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$\lim\limits_{x\to 1} \frac{x^3-1}{x-1} = 3$

Not sure if I am doing this right, however, this is what I have:

Let $\epsilon > 0$. We need to find a $\delta > 0$ such that $0<|x-1|<\delta$ leads to the conclusion $|f(x)-3|<\epsilon$.

$$|\frac{x^3-1}{x-1} - 3| < \epsilon$$

We know that $x^3-1 = (x-1)(x^2+x+1)$, so $$|x^2+x+1-3|<\epsilon$$ $$|(x+2)(x-1)|<\epsilon$$

Do I need to use the triangle inequality? Not really sure where to go from here. Any help is appreciated.

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    $\begingroup$ If you bound $|x-1|$ then $|x+2| \leq |x-1| + 3 $. You need to find some expression in $\epsilon $ to bound $|x-1|$ so that then $|x+2||x-1| < \epsilon $. $\endgroup$ Oct 21, 2021 at 22:27

4 Answers 4

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Following @Ben's comment...

We want to find $\delta$ such that $|x-1|<\delta \Rightarrow |(x-2)(x-1)|<\epsilon$.

As $|(x-2)(x-1)|=|x-2||x-1|\leq(|x-1|+3)|x-1|$, because of the triangle inequality..then it is enough to find $\delta$ such that

$|x-1|<\delta \Rightarrow (|x-1|+3)|x-1|<\epsilon$

Notice that $(|x-1|+3)|x-1|<\epsilon \iff z^2+3z-\epsilon<0$ when $z=|x-1|\geq0$. From here one can conclude $|x-1|=z \in \Big[0,\frac{-3+\sqrt{9+4\epsilon}}{2}\Big)$ by solving the inequation.

This is equivalent to affirm that $|x-1|<\frac{-3+\sqrt{9+4\epsilon}}{2}$ and so for any $\epsilon>0$ one can take $\delta=\frac{-3+\sqrt{9+4\epsilon}}{2}$. Note that $\frac{-3+\sqrt{9+4\epsilon}}{2}>0$ for any $\epsilon>0$.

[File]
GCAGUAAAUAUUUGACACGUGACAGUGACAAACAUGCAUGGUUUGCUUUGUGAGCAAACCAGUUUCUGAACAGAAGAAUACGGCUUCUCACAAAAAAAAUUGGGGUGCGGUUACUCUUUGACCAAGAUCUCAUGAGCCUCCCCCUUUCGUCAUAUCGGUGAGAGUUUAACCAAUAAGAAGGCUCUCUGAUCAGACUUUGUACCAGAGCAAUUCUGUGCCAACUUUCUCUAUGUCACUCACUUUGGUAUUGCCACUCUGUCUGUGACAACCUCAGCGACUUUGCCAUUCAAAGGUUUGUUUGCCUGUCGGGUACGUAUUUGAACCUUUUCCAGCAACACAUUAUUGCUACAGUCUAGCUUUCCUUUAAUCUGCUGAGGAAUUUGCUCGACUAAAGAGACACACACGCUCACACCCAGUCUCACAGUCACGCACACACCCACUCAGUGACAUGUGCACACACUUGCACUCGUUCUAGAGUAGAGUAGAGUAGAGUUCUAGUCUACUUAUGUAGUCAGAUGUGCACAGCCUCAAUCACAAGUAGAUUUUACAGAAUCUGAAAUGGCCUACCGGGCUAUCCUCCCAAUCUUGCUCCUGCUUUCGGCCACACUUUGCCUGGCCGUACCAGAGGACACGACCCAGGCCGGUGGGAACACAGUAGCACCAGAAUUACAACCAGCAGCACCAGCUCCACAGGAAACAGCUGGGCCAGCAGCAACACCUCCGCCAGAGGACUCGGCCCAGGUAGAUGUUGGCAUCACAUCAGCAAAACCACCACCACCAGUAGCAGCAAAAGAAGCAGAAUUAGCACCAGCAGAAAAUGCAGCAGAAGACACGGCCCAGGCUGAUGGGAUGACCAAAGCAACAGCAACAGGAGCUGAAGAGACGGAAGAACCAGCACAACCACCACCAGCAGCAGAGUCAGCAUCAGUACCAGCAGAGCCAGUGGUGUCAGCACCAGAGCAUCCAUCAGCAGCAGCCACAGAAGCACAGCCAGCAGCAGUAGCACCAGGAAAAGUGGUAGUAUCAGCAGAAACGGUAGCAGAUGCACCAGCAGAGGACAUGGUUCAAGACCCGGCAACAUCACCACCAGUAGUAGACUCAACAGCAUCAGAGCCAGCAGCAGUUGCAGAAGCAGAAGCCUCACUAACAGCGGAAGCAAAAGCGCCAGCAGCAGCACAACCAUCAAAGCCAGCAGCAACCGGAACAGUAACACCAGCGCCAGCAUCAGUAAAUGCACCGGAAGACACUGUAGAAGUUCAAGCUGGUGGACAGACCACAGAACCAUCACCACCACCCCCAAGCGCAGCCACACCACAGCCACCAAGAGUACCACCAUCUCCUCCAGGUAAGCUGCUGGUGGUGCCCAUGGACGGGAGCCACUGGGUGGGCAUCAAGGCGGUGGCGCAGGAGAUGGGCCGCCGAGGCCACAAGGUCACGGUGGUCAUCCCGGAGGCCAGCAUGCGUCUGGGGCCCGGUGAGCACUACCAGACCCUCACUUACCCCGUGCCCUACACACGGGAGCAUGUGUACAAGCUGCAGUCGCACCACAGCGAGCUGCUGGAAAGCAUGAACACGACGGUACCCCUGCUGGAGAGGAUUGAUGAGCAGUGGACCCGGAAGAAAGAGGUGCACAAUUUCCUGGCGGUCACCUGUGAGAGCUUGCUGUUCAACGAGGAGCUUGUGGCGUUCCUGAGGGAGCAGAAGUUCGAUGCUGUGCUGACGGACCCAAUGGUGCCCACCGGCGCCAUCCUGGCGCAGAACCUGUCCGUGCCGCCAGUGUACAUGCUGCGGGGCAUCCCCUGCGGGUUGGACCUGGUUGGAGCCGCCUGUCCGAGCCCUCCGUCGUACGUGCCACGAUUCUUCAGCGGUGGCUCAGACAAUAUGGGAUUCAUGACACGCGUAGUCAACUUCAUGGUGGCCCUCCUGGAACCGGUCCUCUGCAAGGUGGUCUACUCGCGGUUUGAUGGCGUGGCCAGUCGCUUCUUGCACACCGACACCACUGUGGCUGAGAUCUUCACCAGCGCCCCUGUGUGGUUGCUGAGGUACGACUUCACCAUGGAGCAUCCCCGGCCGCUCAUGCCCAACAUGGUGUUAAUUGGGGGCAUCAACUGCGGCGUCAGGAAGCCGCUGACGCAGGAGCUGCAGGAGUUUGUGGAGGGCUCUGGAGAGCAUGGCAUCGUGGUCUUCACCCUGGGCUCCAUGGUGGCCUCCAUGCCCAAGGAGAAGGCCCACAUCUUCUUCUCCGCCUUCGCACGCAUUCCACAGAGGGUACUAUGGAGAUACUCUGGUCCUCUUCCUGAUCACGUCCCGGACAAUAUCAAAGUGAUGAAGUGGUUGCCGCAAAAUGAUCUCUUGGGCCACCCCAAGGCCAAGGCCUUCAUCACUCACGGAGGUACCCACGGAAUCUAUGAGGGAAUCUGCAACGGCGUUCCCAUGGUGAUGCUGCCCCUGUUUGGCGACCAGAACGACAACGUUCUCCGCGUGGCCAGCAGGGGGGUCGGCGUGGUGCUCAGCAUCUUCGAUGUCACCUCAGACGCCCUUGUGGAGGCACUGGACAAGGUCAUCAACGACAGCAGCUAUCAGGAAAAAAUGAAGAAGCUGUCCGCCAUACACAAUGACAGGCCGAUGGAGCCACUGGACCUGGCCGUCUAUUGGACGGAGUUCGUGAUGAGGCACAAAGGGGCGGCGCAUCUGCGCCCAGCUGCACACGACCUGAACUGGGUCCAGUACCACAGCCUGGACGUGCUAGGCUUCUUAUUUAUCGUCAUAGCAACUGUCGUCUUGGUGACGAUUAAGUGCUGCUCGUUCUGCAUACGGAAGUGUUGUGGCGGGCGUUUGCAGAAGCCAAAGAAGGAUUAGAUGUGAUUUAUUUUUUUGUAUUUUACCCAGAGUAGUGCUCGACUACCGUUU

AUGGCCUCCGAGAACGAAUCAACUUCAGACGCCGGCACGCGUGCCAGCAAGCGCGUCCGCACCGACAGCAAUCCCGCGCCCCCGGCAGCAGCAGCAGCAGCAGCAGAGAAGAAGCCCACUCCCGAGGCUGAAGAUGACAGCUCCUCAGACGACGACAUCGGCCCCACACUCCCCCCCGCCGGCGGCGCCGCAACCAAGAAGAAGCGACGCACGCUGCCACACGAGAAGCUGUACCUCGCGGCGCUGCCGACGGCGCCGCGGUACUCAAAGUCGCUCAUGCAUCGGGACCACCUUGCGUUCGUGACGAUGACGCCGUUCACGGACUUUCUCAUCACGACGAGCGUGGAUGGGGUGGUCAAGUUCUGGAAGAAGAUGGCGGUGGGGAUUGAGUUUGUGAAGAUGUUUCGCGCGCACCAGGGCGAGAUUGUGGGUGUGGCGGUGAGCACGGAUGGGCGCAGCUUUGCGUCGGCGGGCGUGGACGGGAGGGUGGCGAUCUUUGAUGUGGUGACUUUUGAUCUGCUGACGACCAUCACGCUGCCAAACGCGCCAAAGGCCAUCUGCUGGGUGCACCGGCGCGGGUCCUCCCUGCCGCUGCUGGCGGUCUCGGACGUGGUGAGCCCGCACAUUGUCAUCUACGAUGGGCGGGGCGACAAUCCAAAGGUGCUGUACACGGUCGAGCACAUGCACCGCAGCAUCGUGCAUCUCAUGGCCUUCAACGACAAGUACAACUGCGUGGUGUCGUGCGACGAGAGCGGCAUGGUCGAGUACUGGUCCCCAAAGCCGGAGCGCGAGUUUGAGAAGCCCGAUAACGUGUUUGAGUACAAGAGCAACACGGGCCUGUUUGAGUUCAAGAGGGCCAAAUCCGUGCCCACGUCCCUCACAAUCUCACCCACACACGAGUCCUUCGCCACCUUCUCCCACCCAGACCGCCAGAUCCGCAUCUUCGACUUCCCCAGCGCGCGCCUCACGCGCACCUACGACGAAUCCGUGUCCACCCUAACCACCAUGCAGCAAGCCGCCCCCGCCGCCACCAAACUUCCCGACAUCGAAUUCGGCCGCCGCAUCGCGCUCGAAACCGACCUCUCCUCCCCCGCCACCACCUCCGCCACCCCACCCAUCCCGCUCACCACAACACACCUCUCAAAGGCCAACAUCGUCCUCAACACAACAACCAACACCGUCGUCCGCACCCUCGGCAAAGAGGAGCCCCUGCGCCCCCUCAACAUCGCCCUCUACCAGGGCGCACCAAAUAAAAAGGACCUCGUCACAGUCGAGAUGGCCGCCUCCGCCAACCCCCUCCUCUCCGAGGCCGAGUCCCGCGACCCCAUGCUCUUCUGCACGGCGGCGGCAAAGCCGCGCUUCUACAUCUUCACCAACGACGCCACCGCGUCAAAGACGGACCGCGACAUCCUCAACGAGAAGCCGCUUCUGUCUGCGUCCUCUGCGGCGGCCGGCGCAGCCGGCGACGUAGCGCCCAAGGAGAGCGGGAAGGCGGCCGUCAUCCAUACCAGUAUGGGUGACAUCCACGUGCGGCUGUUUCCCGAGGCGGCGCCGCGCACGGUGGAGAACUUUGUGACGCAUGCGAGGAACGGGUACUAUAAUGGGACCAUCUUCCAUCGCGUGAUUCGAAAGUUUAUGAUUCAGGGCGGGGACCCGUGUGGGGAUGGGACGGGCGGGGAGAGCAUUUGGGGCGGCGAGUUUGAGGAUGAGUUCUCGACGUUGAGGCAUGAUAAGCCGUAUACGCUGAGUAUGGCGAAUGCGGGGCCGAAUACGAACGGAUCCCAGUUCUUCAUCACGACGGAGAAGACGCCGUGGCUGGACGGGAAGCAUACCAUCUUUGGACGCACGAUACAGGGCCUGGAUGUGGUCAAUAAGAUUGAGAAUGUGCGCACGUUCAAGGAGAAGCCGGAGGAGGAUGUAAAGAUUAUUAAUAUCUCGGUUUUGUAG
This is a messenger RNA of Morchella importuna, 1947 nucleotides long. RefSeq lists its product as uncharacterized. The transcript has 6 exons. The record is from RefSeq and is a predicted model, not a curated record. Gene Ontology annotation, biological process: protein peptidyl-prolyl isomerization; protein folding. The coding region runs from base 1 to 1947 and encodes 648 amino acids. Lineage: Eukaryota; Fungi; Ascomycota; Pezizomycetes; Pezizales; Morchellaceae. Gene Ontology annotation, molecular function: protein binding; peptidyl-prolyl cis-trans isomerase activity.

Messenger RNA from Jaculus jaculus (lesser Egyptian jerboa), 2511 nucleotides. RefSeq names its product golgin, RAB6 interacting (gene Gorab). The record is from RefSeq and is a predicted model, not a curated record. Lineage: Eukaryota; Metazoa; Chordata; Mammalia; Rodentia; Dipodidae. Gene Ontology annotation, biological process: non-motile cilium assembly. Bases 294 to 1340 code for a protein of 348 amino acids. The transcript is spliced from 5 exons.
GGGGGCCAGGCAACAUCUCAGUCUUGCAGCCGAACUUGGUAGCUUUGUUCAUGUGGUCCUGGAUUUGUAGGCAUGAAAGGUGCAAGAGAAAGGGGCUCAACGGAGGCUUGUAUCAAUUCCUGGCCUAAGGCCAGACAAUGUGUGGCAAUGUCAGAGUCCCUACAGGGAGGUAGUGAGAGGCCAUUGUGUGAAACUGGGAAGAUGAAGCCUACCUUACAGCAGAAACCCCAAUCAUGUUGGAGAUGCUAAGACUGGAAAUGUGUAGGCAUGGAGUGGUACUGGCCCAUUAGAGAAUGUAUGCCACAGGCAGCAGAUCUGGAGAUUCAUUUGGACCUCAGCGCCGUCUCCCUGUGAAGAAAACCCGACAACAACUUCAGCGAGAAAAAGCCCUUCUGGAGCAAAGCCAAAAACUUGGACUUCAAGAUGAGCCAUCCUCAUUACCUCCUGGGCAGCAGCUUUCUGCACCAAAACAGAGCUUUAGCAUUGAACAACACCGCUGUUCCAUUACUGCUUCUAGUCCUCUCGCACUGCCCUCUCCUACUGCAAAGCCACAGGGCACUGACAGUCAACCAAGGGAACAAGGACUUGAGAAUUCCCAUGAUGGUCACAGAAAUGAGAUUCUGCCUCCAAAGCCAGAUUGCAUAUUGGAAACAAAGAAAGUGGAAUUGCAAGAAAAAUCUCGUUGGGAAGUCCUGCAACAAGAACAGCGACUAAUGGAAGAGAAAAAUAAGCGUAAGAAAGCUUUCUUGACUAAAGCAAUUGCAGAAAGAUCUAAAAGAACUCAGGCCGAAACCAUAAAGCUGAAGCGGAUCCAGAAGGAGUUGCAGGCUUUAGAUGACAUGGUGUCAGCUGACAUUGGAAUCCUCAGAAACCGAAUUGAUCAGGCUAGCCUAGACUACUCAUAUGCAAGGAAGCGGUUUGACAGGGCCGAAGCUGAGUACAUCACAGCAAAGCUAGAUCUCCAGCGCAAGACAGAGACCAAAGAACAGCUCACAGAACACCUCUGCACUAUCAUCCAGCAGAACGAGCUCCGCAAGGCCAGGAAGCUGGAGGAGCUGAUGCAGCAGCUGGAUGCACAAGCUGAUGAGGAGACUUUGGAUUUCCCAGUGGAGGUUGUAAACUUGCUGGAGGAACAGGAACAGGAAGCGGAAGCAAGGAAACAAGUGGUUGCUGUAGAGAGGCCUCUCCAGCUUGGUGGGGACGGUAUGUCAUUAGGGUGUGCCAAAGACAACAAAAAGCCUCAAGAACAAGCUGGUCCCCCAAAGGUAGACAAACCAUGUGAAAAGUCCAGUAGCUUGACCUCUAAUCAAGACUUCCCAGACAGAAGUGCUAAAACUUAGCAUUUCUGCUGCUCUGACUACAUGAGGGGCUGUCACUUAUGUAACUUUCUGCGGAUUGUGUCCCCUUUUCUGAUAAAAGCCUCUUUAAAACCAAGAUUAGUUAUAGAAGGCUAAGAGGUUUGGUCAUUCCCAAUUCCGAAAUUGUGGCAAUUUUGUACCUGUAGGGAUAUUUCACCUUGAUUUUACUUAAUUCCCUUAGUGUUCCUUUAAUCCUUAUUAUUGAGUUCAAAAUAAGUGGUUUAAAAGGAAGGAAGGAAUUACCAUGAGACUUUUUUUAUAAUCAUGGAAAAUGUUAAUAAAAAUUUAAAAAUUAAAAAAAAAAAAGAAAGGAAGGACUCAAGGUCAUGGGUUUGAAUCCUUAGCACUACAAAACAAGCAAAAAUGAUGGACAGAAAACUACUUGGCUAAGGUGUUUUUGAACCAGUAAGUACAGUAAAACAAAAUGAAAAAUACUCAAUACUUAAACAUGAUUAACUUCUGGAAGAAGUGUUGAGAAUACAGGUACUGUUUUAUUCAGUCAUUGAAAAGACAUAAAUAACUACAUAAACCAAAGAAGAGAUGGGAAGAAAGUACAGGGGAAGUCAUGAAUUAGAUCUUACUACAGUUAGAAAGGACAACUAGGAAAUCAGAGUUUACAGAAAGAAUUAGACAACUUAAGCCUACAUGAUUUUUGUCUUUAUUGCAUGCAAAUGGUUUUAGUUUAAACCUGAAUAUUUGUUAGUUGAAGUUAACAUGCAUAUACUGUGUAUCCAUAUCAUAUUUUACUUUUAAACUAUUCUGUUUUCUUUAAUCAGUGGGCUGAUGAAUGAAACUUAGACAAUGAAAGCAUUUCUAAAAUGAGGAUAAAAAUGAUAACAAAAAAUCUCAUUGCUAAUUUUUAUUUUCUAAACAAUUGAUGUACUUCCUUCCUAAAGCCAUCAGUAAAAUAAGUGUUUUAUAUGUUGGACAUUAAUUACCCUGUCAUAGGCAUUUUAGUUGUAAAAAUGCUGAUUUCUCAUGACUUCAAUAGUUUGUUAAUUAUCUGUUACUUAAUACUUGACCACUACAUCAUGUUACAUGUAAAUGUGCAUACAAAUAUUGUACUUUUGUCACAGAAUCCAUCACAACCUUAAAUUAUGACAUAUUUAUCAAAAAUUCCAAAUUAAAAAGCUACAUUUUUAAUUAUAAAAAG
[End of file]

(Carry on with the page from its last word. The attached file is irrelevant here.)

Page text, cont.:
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We must find a $\delta > 0$ such that $|x-1|<\delta \implies \left|\frac {x^3 - 1}{x-1} - 3\right| < \epsilon$

$\left|\frac {x^3 - 1}{x-1} - 3\right|\\ \left|\frac {x^3 - 3x + 2}{x-1}\right|\\ \left|\frac {(x-1)^2(x+2)}{x-1}\right|$

$\left|\frac {(x-1)^2}{x-1}\right| = |x-1|<\delta$ when $x\ne 1$

Let $\delta \le 1$ then $|x+2| \le 4$

$\left|\frac {(x-1)^2(x+2)}{x-1}\right| < 4\delta$

$\delta = \min(1,\frac {\epsilon}{4})$

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  • $\begingroup$ Little bit confused how you went from step 1 to 2 to get $x^3 -3x + 2$. Why did you do that as well? $\endgroup$
    – ST4S
    Oct 21, 2021 at 22:52
  • $\begingroup$ What do you do when you are adding rational functions? You find a common denominator. $\endgroup$
    – Doug M
    Oct 21, 2021 at 22:57
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You want to choose $\delta$ with $|x - 1| \leq \delta$. You also know that $|x + 2| \leq |x - 1| + 3$ (triangle inequality, as Ben commented). So putting that together with what you have you get that you need to be able to choose $\delta(\delta + 3) < \epsilon$, which you can of course do.

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  • $\begingroup$ So $\delta = \frac{\epsilon}{\delta+3}$? Still not clear to me... $\endgroup$
    – ST4S
    Oct 21, 2021 at 22:56
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You don't need the triangle inequality. Starting from your work, assume $\delta < 1$. Then

$$|x-1|<1 \iff 0 < x < 2$$

Therefore $2 < x+2 < 4$, so

$$|(x+2)(x-1)| < 4\cdot \delta\overset{set}{=}\epsilon$$

You want this to be less than $\epsilon$, so choose $\delta$ to be anything less than or equal to $\epsilon/4$. We made the assumption $\delta$ was less than 1, so take it to be the minimum of the 2 options.

Note: same conclusion as Doug M.

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  • $\begingroup$ That's what I figured out and got the same result! Thanks though :) $\endgroup$
    – ST4S
    Oct 23, 2021 at 20:28

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